Sharing A Tiny Kitchen With Roommates? 6 Ingenious Tips You Can Use Right Now
Ahh, New York City. A place where you can follow your dreams, push your limits—and somehow cook dinner with only three inches of counter space. When big city living means sharing a tiny kitchen with roommates, what in the world can you do?
We spoke with private chef Jumoke Jackson (Follow him on Twitter and Instagram) to get his expert advice on cooking in tight, communal kitchens. “I’ve worked in all kinds of spaces,” said the NYC-based chef, a two-time Kitchen Clash winner who’s appeared on Beat Bobby Flay and Chopped. “If you get creative, you can make any space work.”
Check out Chef Jackson’s six easy kitchen tips below.
Sharing A Tiny Kitchen? 6 Ingenious Tips You Can Use Right Now
1. Save space and time with an immersion blender.
Until you have a full kitchen with four ovens and tons of empty counter space (One sweet day!), hold off on large appliances with limited functions. You can buy a clunky blender, for instance—or you can pick up a sleek and slim immersion blender with multiple attachments. “It’s handheld and easy to put away, as opposed to something like a mixer,” Chef Jackson explained. “It’s a huge space saver that replaces a lot of your usual appliances. I’m surprised more people don’t have it!”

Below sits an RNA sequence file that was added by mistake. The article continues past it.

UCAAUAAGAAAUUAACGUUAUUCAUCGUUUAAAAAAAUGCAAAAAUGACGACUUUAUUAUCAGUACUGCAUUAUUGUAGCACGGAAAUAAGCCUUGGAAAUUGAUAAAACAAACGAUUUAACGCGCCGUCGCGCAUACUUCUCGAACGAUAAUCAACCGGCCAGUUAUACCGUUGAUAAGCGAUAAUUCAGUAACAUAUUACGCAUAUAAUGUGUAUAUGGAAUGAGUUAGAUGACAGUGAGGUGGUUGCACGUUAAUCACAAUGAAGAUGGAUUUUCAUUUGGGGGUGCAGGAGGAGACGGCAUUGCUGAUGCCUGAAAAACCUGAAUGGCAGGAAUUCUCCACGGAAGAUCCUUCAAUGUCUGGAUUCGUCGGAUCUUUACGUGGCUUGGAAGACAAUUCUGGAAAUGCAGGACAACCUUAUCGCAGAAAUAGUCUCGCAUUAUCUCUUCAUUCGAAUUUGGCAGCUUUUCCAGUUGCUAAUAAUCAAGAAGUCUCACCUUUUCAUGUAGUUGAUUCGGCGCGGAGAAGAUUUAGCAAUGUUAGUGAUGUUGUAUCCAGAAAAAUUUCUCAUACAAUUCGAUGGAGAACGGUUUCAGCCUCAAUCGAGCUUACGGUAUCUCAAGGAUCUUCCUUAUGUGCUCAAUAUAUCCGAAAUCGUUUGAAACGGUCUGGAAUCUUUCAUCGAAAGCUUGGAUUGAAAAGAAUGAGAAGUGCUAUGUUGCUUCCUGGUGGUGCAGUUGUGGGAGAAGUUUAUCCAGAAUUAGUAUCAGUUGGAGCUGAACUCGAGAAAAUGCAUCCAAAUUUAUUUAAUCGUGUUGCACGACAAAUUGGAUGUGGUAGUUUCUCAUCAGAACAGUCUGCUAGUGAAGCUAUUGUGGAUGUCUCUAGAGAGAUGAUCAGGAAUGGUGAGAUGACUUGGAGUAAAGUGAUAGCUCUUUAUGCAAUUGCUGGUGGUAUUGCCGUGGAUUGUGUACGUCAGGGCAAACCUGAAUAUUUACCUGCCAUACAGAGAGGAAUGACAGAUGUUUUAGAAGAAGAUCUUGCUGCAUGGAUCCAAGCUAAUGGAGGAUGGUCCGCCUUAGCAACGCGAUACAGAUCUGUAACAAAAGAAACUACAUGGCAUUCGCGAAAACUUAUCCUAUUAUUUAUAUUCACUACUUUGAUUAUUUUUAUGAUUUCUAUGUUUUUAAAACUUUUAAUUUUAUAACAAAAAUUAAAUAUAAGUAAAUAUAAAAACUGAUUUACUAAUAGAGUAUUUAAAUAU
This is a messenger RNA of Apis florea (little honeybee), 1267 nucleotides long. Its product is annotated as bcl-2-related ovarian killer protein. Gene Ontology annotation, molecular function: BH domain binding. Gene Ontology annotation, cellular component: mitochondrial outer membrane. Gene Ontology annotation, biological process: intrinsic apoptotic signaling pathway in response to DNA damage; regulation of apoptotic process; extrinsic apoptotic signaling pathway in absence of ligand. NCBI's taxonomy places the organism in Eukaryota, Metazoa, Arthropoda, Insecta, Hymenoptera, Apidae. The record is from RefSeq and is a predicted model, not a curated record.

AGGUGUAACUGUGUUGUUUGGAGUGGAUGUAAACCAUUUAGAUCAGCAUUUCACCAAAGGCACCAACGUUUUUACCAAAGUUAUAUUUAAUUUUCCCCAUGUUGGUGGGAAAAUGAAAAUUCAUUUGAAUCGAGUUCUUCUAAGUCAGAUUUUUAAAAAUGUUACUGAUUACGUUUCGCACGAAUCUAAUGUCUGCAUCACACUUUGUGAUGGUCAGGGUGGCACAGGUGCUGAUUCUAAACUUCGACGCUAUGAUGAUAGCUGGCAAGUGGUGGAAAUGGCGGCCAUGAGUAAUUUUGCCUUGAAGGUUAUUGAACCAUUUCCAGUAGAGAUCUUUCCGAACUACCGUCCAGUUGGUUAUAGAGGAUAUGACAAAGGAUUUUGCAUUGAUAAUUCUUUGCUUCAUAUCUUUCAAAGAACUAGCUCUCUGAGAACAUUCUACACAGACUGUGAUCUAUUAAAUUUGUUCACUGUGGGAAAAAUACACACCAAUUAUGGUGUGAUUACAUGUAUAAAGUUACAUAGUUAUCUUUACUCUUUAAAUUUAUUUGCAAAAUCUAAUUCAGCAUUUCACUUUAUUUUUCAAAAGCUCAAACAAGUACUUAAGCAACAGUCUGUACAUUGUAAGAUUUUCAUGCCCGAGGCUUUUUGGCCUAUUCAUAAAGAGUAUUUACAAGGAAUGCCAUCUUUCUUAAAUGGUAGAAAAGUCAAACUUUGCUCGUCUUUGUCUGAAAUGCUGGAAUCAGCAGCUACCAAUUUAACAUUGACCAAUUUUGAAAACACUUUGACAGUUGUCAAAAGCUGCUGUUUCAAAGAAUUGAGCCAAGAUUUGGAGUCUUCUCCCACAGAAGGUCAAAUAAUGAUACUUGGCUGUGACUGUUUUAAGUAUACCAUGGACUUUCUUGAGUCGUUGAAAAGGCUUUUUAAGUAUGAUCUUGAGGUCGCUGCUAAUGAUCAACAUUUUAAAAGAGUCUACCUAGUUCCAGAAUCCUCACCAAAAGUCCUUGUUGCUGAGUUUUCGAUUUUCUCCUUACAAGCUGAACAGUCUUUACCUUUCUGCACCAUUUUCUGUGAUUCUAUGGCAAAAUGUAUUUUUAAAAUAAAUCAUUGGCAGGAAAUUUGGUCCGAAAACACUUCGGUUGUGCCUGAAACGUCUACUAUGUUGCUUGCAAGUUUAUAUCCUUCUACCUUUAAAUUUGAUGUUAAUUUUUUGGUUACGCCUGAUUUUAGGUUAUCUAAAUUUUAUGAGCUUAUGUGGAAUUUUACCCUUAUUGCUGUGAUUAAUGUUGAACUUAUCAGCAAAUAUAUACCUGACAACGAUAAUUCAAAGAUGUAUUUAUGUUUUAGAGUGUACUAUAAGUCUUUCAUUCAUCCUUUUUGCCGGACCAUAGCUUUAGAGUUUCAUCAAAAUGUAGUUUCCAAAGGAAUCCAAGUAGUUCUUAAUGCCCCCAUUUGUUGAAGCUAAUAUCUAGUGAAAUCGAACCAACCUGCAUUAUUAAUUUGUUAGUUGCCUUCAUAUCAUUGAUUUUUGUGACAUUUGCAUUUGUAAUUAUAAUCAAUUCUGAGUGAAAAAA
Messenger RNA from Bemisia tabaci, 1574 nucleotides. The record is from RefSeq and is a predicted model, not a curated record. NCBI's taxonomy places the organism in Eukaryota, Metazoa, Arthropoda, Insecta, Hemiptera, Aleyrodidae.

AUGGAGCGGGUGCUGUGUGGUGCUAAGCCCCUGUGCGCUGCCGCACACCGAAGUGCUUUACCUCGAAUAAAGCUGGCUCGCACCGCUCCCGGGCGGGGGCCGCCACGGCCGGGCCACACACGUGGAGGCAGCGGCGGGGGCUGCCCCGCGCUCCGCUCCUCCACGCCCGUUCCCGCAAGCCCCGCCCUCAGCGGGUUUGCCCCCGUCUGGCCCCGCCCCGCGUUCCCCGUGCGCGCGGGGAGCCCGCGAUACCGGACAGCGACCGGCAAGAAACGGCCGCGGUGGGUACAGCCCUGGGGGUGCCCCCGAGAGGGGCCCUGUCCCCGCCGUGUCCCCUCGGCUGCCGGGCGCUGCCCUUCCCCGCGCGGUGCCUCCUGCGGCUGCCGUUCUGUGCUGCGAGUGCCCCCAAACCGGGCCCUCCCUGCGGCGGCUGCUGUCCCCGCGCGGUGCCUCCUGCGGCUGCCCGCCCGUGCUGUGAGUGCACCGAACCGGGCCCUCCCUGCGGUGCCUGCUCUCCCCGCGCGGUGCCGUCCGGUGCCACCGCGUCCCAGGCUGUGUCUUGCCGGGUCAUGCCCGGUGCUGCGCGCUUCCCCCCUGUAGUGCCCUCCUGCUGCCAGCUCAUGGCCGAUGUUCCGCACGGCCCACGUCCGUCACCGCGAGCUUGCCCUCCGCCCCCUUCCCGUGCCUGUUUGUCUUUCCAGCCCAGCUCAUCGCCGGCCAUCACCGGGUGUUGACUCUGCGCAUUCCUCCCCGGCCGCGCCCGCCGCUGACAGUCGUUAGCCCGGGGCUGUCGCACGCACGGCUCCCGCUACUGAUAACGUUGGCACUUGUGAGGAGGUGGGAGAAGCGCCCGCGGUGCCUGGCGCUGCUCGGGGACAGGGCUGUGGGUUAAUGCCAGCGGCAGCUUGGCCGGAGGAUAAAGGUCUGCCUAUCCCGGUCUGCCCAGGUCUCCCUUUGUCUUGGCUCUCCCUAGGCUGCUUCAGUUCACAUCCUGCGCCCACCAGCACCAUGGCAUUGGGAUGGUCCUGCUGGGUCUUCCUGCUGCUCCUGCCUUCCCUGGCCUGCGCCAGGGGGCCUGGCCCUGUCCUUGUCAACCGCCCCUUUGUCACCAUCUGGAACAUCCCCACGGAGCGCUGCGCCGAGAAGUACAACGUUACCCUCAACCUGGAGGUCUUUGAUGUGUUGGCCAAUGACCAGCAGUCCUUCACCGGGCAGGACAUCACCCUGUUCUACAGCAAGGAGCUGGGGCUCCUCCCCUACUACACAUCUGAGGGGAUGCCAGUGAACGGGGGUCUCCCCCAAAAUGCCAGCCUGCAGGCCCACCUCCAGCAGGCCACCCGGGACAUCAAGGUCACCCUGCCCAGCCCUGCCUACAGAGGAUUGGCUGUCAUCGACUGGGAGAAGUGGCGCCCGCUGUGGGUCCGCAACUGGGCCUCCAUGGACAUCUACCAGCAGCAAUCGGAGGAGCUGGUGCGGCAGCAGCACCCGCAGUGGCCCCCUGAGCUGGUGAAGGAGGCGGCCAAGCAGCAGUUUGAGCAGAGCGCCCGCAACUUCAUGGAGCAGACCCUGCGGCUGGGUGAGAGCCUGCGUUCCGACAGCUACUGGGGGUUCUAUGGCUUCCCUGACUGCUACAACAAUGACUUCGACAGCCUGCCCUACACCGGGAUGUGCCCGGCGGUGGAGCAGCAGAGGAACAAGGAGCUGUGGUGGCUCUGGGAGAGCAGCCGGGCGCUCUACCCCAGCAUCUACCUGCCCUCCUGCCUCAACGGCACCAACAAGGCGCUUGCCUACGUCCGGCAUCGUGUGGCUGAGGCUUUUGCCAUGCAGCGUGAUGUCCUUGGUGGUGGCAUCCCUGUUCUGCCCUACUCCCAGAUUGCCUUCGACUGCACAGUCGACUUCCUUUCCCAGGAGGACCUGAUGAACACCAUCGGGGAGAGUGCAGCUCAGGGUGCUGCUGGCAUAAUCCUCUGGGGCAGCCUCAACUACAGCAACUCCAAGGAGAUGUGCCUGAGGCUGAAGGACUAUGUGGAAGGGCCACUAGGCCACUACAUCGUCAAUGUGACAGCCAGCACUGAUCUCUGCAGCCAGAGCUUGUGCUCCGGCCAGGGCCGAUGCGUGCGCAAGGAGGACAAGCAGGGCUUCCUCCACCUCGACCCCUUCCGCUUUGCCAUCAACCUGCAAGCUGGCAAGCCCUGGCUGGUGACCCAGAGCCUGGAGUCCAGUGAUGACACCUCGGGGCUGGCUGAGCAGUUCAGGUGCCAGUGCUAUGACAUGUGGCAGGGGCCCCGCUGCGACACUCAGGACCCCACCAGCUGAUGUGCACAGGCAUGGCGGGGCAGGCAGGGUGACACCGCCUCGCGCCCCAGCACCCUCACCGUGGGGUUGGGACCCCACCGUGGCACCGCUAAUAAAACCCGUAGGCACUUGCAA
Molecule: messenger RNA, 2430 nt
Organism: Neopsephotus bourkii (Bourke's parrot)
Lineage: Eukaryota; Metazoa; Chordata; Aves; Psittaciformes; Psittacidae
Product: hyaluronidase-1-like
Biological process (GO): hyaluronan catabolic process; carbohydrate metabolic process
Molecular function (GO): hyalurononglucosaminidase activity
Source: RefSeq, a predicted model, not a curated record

2. Pick up a table-top burner or hot plate.
A cheap table-top burner or hot plate can be a godsend, especially when you’re sharing a small stove with your roommates. According to Chef Jackson, “it can be your extra burner when everyone’s trying to cook something at the same time. You can even move it to another table in the apartment when the kitchen gets cramped.”
3. When it comes to cutting boards, think outside the box.
“I once had to stack a bunch of crates, just to create a surface for my cutting board,” Chef Jackson recalled, laughing. “To make things easier for you and your roommates, get a fold-up table that you can easily put away, or an extension cutting board.”
4. Be picky about your kitchen gadgets.
Nope—you don’t need that special citrus peeler that fits on your finger like a ring. Pretty tools like egg slicers and ergonomically designed kitchen gadgets might look nice on-shelf, but they can quickly clutter up a small, shared kitchen.
“For the home chef, it comes down to some key questions,” Chef Jackson explained. “Do you usually cook for one? Are you a meat-and-potatoes type of person? Do you stick to vegetables?” Once you pinpoint your cooking style, you’ll know exactly what you need for your kitchen—and find tools that actually improve your cooking.
5. Make the mandoline slicer your best friend.
If you’re going to invest in any kitchen gadget, make it the mandoline slicer. Chef Jackson calls it a must-have for anyone sharing a tiny kitchen with roommates. “I rarely see one in people’s homes, but it costs about 10 dollars and shaves down your prep time from 20 minutes to two. It’s one kitchen gadget that’s completely worth it.”
6. Have a battle plan.
Cooking an extravagant five-course meal with your roommates? When there are too many cooks in the kitchen, planning becomes everything. “Writing down and pre-planning your meal will make for a smooth and actually fun kitchen experience,” said Chef Jackson. “Map out where the cooking ‘stations’ are, play to everyone’s strengths, and make sure you all have the same expectations. What needs to go in the potato salad? Who’s cooking the chicken? ”
With just a bit of creative thinking, you and your roommates can say goodbye to your communal kitchen woes. Have fun—and don’t let that tiny kitchen get in your way!